Cancellation problem for curves

I recently stumbled upon a paper (NON CANCELLATION FOR SMOOTH CONTRACTIBLE AFFINE THREEFOLDS) about the cancellation problem: If $X$ is a variety over $\mathbb{C}$ of dimension $d$ such that $X \times \mathbb{A}^n \cong \mathbb{A}^{n+d}$ when is $X \cong \mathbb{A}^d$?

Apparently when $d = 1,2$ the answer is always. The paper remarked that the case $d = 1$ is trivial, but I'm having trouble coming up with an argument. The paper does reference a paper (ON THE UNIQUENESS OF THE COEFFICIENT RING IN A POLYNOMIAL RING) which proves the more general cancellation problem -when does $X \times \mathbb{A}^n \cong Y \times \mathbb{A}^n$ imply $X \cong Y$- for curves (again the answer for curves is always).

However I wonder if there is a simple argument for the less general question. I can see that $X \times \mathbb{A}^n \cong \mathbb{A}^{n+1}$ implies that $X$ should be irreducible, affine and smooth. Seems like if you could show genus$(X) = 0$ you would be done, but I'm kinda stuck here.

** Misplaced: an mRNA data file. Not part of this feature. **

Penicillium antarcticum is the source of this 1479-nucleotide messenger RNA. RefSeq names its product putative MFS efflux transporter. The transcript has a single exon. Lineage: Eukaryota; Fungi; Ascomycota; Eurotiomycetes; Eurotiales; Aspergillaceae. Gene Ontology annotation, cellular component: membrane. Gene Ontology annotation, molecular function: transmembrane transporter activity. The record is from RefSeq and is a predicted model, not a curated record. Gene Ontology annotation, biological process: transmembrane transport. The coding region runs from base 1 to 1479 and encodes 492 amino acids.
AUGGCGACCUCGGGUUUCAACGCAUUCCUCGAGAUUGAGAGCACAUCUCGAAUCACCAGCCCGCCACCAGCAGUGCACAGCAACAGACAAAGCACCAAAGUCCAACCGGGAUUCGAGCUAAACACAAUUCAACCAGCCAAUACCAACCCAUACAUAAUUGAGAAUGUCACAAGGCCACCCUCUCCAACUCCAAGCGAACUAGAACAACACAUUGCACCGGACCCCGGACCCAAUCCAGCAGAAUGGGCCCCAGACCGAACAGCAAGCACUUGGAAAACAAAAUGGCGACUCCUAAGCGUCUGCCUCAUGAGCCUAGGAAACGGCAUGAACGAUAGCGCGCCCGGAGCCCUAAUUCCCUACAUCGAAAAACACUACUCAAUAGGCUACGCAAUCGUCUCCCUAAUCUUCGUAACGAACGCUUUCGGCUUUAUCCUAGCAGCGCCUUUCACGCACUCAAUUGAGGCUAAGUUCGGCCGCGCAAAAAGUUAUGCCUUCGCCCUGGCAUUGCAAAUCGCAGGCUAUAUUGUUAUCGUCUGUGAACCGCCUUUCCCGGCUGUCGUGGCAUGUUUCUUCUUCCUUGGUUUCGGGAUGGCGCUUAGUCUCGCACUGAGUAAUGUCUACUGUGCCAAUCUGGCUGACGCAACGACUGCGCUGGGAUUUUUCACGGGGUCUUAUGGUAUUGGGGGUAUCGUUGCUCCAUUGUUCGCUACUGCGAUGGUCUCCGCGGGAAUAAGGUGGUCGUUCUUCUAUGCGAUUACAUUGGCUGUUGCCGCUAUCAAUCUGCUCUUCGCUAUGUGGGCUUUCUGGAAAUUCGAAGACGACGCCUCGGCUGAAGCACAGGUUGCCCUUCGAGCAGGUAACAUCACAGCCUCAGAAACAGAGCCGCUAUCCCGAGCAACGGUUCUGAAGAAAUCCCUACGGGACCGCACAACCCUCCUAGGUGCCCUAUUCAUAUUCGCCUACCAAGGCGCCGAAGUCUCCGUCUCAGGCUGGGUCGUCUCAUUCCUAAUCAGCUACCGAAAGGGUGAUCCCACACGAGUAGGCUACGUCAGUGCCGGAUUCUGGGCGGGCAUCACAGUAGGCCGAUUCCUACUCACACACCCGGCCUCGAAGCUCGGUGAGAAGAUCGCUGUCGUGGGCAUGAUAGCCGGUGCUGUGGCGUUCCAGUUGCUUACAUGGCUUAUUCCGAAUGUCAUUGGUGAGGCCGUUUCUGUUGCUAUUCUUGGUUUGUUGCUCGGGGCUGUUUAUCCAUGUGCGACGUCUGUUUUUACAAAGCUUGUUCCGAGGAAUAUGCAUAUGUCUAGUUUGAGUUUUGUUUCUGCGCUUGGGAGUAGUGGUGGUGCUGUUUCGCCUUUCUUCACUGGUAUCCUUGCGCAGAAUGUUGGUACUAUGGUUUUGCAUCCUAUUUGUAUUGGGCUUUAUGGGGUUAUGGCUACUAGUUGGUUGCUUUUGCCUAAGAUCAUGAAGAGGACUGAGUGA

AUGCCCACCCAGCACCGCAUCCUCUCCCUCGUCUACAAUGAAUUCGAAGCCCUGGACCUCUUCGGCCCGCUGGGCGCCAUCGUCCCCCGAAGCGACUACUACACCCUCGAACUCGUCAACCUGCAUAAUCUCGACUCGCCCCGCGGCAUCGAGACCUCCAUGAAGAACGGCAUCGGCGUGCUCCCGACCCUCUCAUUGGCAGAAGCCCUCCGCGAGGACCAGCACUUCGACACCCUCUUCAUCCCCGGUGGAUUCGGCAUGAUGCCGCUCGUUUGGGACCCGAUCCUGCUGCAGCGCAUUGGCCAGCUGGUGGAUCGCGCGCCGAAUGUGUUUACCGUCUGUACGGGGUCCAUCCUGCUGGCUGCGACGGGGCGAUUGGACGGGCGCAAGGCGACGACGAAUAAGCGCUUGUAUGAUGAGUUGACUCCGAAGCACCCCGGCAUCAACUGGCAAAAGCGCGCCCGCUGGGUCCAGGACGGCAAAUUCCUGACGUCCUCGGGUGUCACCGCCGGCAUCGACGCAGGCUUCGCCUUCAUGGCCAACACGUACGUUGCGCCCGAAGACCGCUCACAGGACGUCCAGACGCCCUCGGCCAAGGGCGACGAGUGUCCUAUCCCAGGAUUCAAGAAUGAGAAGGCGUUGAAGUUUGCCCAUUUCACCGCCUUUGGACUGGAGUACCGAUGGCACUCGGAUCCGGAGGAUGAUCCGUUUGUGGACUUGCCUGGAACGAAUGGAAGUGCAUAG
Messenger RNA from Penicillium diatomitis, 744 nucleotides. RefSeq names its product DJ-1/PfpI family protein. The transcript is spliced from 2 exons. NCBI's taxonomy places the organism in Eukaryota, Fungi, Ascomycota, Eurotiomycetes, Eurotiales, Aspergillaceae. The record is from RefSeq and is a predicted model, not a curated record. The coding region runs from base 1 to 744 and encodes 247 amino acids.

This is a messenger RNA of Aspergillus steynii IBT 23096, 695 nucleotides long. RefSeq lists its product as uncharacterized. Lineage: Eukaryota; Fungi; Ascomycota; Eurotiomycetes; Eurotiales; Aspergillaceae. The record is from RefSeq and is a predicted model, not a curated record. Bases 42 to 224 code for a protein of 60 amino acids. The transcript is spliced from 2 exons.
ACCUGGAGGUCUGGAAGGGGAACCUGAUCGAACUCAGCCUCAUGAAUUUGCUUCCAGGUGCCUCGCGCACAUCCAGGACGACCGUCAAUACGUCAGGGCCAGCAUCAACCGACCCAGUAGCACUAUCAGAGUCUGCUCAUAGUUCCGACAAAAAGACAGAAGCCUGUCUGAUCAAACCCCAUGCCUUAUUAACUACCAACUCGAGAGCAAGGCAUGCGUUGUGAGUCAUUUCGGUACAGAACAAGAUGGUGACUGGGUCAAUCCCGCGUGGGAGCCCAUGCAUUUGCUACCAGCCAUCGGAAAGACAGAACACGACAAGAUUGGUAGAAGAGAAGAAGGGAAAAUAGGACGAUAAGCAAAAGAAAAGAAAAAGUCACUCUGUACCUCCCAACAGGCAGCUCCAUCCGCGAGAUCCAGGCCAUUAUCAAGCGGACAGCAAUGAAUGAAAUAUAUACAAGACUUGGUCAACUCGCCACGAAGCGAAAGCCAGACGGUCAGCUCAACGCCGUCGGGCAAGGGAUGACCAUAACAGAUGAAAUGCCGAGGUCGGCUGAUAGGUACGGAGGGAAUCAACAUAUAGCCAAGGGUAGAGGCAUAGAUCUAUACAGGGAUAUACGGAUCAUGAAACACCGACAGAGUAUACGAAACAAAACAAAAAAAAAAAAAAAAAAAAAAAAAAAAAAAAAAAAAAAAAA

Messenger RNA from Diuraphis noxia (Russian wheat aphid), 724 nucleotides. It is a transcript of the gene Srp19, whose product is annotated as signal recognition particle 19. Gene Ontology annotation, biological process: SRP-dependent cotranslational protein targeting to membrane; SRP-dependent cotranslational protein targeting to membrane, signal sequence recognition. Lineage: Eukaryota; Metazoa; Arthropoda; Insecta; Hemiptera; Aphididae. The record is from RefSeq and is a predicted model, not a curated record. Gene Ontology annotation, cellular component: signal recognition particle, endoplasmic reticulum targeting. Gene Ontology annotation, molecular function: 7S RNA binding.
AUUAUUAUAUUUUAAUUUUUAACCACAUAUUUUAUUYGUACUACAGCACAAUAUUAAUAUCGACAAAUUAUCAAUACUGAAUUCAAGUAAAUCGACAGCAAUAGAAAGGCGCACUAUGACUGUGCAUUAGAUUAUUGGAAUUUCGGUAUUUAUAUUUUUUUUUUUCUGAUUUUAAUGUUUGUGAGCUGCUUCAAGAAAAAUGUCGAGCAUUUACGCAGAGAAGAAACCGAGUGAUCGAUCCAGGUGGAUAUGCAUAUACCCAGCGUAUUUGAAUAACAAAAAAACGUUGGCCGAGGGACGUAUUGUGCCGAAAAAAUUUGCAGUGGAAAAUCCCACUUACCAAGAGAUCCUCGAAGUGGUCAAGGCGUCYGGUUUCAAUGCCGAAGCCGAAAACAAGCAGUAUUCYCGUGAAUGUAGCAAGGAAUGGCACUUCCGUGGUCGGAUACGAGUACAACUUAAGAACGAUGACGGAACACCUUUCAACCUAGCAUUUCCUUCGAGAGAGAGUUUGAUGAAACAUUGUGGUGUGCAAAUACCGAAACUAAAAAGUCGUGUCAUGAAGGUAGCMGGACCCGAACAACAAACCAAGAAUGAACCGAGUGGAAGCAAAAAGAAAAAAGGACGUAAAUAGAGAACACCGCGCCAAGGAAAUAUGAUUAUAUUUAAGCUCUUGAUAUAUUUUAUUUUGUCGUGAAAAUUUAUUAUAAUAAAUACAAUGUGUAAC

Does someone have a simple argument for this?

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The only smooth affine curve admitting a non-constant map from an affine space is $\mathbb A^1$. It must have genus 0, because of Lüroth's theorem, so it is $\mathbb P^1$ minus $d$ points for some $d$. But if $d$ were larger than 1 the curve would have a non-constant invertible function, which would pull back to a non-constant invertible function on an affine space, and this is impossible.